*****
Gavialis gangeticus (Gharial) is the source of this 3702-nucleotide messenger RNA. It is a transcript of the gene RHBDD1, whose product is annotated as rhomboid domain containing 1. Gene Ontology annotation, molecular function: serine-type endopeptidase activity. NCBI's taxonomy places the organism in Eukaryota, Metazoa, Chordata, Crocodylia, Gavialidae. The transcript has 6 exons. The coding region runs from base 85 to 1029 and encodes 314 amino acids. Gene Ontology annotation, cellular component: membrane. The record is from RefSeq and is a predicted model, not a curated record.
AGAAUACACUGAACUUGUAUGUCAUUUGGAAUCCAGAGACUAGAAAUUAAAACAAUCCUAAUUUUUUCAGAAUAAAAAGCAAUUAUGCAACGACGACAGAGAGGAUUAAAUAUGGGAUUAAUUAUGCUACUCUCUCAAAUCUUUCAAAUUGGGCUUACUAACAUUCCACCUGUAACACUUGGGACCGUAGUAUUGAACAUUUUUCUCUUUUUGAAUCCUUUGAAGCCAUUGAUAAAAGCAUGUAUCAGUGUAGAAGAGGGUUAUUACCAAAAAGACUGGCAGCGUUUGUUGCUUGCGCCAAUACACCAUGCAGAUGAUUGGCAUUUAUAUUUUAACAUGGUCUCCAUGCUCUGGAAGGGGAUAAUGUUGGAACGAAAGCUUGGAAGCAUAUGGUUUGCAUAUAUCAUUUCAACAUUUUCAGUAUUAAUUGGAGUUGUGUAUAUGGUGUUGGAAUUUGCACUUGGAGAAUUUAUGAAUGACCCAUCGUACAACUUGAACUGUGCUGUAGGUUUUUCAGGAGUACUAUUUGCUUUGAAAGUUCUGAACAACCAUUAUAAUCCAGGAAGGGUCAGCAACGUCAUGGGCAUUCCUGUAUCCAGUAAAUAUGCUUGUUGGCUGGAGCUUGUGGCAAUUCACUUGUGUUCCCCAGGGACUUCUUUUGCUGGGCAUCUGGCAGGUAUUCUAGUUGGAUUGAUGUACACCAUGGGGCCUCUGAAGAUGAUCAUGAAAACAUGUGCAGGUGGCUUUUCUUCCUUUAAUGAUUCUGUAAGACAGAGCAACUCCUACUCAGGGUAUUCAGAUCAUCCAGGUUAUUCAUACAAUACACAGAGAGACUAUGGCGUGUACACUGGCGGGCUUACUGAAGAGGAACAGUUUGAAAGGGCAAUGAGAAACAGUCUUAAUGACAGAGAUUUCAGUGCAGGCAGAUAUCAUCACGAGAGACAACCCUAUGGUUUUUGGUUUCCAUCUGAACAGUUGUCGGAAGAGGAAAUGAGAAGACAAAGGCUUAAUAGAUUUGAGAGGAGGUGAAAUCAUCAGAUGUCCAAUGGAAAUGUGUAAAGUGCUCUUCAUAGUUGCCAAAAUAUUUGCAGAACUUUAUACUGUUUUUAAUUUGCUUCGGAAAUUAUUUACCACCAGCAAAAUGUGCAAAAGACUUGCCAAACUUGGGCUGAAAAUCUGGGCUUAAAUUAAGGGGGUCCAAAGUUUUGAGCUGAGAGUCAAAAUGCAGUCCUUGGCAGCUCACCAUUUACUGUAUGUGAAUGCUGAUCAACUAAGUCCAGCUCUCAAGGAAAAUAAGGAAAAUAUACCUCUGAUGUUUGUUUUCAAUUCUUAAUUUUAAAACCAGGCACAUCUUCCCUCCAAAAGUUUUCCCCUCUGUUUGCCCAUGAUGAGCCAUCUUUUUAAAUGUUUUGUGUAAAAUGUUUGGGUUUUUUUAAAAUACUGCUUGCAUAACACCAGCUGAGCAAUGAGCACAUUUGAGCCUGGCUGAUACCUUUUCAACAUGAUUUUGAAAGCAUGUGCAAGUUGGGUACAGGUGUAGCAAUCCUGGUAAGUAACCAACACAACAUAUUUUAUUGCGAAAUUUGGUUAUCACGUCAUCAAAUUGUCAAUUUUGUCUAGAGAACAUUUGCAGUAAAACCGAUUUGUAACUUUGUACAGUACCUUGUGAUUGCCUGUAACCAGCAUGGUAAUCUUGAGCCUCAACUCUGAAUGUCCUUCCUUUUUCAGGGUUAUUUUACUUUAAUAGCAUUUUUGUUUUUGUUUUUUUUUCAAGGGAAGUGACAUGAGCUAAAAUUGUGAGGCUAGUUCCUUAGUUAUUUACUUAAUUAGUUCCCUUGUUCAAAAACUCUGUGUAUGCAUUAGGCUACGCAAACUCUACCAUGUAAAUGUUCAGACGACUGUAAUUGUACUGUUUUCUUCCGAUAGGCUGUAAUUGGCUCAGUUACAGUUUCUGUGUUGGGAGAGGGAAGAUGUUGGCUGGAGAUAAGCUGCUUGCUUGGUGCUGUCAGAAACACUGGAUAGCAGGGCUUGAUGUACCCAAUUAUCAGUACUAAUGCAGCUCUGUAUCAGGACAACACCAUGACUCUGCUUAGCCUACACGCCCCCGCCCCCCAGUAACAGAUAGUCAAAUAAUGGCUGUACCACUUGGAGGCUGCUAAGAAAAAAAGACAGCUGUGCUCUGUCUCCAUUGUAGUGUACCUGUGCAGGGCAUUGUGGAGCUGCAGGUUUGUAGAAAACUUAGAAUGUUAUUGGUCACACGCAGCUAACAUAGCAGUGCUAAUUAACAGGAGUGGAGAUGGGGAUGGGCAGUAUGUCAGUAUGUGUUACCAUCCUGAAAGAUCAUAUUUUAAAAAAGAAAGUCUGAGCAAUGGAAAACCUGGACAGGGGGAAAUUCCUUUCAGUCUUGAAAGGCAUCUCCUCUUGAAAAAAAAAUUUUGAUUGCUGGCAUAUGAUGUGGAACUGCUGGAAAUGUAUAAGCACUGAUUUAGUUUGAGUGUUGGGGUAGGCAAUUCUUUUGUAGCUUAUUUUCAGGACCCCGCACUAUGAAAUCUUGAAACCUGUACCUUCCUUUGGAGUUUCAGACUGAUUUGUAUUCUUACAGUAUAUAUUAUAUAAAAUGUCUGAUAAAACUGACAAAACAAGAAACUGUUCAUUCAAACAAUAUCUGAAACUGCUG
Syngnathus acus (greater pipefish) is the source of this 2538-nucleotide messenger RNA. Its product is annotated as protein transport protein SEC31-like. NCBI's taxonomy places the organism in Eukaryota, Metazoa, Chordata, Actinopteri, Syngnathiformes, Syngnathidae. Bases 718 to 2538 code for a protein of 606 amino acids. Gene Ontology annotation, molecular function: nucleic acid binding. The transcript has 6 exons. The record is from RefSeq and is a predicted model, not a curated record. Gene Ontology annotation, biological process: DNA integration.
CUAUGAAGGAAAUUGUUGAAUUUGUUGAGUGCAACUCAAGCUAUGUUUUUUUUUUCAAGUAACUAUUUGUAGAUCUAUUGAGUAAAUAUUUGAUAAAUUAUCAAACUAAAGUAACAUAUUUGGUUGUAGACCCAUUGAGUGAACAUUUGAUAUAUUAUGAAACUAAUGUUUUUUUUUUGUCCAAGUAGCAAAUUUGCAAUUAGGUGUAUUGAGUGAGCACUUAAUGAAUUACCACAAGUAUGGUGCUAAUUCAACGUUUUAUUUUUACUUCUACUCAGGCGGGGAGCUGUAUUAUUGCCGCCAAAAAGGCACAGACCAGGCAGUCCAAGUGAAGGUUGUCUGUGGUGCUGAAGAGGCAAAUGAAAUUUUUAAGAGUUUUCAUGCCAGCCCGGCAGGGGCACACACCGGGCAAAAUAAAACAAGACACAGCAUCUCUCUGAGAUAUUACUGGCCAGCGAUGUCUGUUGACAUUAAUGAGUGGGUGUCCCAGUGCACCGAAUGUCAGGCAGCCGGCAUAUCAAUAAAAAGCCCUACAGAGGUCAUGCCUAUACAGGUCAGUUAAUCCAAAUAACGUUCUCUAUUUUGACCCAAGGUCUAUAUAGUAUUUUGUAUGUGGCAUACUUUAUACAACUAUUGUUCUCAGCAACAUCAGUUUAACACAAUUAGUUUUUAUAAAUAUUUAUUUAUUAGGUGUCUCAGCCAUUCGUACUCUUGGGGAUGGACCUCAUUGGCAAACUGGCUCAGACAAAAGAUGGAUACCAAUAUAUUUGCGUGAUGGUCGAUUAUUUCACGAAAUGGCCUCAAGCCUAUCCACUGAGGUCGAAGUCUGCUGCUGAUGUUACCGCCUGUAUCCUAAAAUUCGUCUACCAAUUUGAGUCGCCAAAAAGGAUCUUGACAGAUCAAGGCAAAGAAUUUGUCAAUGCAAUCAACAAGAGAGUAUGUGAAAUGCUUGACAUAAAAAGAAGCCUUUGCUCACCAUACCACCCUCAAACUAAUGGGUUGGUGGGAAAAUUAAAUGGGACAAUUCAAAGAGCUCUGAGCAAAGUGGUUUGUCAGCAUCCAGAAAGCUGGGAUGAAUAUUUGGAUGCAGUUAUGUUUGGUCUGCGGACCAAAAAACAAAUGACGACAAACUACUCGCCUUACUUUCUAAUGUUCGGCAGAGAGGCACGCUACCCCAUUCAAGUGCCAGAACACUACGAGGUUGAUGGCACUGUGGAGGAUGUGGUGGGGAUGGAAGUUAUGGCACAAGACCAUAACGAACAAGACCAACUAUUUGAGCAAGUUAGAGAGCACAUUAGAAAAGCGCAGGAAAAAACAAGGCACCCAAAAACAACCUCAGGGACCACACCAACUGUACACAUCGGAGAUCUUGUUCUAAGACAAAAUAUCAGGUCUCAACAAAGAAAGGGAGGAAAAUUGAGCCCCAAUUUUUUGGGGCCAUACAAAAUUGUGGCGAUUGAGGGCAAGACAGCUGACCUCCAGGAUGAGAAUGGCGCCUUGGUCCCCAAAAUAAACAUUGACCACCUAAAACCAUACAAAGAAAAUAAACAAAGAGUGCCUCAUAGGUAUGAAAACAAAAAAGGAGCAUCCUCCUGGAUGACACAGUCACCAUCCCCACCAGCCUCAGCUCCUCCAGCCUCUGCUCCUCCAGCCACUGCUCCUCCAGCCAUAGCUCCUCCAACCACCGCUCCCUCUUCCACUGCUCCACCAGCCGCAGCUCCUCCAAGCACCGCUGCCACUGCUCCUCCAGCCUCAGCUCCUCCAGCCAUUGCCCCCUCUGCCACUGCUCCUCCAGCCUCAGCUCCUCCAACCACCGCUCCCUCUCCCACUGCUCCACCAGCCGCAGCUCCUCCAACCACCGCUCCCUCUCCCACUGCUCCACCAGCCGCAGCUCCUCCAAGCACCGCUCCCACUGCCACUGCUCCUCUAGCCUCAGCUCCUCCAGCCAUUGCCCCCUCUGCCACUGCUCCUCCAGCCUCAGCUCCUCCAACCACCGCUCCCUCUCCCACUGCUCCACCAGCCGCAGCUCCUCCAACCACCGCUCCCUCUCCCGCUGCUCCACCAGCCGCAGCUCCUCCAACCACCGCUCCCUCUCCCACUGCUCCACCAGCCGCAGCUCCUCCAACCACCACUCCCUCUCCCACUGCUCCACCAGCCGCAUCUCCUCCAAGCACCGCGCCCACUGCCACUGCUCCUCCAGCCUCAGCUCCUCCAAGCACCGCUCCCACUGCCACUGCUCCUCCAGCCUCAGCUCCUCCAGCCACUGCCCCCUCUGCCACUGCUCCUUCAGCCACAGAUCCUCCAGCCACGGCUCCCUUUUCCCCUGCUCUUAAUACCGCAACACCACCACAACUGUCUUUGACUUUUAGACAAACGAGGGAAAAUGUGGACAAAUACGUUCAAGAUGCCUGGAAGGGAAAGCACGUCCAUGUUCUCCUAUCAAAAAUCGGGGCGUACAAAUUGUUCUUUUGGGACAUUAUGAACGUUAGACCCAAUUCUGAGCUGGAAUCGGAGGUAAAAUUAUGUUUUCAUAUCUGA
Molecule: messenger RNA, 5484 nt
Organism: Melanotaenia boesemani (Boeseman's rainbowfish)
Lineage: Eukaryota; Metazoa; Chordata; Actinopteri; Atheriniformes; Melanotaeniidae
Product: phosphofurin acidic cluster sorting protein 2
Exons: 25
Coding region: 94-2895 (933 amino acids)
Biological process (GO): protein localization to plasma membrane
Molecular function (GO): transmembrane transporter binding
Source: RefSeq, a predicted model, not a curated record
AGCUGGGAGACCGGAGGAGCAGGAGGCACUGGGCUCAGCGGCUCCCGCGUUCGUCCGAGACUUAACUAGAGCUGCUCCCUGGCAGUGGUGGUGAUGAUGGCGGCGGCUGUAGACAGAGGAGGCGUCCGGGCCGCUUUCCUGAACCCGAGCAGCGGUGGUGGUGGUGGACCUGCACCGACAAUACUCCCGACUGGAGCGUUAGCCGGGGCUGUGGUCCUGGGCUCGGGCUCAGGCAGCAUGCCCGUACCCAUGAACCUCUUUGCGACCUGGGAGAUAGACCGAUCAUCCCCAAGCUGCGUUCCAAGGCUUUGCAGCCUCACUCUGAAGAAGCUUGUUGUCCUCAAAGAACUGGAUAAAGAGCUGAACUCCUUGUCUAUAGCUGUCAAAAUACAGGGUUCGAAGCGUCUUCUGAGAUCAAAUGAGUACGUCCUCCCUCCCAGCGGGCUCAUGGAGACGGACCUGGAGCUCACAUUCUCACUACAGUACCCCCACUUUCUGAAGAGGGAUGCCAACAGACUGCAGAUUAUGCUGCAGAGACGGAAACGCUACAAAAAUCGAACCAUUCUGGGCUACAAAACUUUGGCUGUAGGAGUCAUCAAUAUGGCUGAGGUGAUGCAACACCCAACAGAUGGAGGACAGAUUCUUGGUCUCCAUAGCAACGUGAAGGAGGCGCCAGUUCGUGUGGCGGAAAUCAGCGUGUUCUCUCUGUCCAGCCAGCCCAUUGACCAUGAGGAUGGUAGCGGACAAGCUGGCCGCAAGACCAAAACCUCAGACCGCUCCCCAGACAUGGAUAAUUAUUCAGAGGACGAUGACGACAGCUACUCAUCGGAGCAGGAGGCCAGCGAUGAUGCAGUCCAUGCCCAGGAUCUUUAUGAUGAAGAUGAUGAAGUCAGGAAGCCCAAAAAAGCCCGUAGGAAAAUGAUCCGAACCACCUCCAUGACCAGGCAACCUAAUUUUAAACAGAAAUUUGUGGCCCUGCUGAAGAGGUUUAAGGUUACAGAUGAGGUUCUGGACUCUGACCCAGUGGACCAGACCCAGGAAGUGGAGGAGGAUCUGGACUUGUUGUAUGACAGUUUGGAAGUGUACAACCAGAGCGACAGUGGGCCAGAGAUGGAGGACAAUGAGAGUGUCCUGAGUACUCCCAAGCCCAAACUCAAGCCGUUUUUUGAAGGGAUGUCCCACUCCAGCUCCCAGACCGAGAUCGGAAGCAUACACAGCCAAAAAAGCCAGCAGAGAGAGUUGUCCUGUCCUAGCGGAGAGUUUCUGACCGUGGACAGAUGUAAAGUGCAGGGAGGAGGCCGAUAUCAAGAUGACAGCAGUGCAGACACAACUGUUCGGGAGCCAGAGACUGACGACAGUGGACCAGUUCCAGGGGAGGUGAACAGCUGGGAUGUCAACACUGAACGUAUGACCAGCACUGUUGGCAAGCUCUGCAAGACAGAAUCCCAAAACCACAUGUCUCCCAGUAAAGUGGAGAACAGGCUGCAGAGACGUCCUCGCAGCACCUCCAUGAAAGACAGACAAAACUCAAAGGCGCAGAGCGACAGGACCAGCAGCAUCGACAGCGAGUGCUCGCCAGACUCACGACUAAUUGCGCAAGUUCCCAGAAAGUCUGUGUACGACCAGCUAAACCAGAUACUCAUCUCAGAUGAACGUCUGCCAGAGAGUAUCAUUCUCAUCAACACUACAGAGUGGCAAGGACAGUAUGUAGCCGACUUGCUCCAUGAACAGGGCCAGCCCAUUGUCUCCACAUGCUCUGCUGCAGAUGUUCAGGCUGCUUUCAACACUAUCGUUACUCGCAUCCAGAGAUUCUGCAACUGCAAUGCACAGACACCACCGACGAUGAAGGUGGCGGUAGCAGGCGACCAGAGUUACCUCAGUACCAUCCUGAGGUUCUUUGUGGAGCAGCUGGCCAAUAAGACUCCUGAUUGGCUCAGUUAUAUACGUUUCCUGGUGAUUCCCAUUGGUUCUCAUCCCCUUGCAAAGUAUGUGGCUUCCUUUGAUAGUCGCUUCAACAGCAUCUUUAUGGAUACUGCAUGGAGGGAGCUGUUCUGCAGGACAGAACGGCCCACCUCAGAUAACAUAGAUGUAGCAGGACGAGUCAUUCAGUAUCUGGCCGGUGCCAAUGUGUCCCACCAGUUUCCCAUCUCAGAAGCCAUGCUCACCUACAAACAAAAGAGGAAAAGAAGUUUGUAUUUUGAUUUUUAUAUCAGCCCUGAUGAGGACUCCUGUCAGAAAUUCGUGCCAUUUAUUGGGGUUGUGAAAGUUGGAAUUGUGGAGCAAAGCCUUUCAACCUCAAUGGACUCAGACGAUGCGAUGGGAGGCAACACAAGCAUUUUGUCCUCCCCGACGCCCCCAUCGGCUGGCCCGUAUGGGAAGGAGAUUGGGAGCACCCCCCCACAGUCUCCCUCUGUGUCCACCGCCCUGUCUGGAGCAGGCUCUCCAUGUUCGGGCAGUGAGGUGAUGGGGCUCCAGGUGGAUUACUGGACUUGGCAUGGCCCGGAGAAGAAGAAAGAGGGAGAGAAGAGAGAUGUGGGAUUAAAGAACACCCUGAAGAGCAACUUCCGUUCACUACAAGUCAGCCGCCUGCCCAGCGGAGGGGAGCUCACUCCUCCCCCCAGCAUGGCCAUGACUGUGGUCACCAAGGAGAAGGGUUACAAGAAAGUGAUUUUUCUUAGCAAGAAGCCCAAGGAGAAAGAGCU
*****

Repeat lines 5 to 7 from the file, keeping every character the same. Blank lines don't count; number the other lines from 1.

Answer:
Molecule: messenger RNA, 5484 nt
Organism: Melanotaenia boesemani (Boeseman's rainbowfish)
Lineage: Eukaryota; Metazoa; Chordata; Actinopteri; Atheriniformes; Melanotaeniidae